Brussels opens emergency pigmeat storage
Concerns that the German dioxin crisis could force European pigmeat producers into losses have pushed the EU into offering emergency storage subsidies.
Handouts will vary by products being stored and the European Commission is offering storage options of 90, 120 or 150 days.
A Brussels report said pigmeat prices fell 2.4% across the EU (7.2% in Germany) immediately after the dioxin crisis in Saxony, and the Commission fears “a further price decline”.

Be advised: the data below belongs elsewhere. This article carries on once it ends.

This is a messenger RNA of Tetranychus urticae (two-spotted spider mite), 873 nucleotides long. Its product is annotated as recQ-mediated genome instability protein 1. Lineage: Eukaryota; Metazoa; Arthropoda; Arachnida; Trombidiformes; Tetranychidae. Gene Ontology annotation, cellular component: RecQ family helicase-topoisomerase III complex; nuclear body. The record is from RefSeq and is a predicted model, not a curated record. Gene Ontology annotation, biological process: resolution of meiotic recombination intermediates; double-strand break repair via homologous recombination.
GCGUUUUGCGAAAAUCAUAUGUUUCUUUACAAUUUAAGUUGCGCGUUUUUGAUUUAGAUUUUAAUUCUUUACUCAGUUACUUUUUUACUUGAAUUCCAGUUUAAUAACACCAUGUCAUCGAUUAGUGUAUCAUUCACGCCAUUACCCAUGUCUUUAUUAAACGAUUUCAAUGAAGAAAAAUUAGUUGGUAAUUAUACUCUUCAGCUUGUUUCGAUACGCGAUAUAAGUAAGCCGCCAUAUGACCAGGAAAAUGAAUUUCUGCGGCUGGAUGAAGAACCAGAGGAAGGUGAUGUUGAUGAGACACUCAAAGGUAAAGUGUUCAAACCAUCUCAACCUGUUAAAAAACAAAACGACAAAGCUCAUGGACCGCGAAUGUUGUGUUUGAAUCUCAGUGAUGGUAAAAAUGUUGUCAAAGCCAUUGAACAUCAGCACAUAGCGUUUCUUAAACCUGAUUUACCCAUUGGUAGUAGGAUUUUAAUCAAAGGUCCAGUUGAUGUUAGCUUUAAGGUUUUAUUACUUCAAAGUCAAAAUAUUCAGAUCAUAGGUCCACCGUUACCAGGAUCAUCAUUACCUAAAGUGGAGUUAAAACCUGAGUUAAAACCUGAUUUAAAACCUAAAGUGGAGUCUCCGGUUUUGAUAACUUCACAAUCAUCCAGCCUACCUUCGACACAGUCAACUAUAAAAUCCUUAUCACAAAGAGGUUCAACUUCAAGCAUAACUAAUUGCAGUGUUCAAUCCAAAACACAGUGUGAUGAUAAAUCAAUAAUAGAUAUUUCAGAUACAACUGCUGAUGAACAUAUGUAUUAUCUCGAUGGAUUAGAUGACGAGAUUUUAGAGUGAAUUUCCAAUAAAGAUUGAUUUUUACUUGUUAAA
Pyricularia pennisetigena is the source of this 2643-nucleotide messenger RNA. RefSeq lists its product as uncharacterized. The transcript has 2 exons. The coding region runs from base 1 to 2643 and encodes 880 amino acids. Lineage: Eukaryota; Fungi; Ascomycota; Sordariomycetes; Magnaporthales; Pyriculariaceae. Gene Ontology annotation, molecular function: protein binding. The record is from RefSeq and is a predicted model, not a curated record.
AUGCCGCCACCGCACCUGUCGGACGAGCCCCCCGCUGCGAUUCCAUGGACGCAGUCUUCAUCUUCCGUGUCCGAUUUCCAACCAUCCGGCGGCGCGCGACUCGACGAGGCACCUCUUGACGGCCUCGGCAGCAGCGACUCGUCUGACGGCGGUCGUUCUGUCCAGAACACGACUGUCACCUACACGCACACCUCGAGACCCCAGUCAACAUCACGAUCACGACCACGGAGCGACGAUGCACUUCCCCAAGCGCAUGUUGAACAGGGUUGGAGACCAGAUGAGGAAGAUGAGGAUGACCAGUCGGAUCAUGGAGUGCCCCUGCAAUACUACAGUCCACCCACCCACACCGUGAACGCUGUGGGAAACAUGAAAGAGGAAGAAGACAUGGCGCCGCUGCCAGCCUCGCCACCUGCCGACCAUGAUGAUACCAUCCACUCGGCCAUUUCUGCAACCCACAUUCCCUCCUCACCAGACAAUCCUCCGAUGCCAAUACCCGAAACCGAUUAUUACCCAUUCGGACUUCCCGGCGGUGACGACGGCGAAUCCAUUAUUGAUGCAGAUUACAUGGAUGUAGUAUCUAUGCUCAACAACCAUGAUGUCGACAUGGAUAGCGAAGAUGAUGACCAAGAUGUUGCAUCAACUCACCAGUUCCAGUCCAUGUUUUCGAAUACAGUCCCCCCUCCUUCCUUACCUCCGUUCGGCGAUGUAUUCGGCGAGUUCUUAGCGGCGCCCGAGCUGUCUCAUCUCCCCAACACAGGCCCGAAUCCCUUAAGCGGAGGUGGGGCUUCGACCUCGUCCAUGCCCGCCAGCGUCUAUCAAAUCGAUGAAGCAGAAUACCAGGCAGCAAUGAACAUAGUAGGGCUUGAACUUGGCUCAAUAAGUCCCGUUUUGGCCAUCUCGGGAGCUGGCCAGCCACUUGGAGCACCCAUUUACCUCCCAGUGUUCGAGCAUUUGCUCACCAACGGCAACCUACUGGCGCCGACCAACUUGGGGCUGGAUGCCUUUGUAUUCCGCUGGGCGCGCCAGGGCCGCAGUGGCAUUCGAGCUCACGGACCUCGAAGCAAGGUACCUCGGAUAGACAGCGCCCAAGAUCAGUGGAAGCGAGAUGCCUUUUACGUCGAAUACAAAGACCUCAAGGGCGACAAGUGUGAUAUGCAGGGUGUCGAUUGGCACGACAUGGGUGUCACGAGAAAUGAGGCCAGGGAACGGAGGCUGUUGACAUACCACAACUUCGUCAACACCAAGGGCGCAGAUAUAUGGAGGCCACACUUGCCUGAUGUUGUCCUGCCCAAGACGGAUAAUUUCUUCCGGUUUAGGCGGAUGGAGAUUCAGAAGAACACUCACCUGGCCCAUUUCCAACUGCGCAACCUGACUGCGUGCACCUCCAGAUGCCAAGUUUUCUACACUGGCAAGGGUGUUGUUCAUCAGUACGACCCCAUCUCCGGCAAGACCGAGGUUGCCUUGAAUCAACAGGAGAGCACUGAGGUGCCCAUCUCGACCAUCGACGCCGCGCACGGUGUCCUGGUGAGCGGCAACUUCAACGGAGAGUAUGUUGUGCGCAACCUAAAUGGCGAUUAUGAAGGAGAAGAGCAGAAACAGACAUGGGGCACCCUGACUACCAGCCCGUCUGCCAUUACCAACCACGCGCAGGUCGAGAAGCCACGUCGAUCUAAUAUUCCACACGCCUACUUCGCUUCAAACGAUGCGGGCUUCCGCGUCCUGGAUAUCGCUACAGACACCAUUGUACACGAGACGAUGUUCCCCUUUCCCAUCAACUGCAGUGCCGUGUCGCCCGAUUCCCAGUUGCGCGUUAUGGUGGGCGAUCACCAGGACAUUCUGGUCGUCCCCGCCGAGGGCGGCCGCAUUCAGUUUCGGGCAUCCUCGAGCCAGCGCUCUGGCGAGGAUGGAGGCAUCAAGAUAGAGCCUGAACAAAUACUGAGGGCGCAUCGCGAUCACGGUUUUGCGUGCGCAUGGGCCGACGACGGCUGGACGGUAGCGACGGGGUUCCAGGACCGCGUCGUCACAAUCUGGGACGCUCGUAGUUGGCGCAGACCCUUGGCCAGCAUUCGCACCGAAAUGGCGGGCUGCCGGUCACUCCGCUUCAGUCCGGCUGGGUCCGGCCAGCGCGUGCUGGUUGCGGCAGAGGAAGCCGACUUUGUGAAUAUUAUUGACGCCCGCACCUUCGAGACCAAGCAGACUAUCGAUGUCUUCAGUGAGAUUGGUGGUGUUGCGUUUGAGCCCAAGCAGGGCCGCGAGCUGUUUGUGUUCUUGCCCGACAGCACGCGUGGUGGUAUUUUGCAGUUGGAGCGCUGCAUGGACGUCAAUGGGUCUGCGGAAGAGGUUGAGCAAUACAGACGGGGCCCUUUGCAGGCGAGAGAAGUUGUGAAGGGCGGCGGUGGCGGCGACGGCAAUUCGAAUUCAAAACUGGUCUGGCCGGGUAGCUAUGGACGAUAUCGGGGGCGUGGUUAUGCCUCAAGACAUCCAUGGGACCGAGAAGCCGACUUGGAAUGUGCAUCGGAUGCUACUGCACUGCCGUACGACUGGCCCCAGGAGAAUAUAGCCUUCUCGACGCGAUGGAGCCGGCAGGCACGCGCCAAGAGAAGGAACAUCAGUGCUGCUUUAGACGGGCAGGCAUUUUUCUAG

German pig farmer group Interessengemeinschaft Schweinehalter Deutschlands warned that some meat processers are now “reluctant to buy pigs from Lower Saxony (one third of Germany production)”, warned Brussels.
It added that with increases in feed costs, “the economic situation for fatteners and piglet producers remains highly critical” – vulnerable to small price falls.
The Commission has not capped the pigmeat that can enter subsidised storage. The last time it offered this service – 2007 – costs were EUR37m (US$50.7m).
EU agriculture Commissioner Dacian Ciolos has called a consultative committee meeting to “look at the sector in the medium term.”
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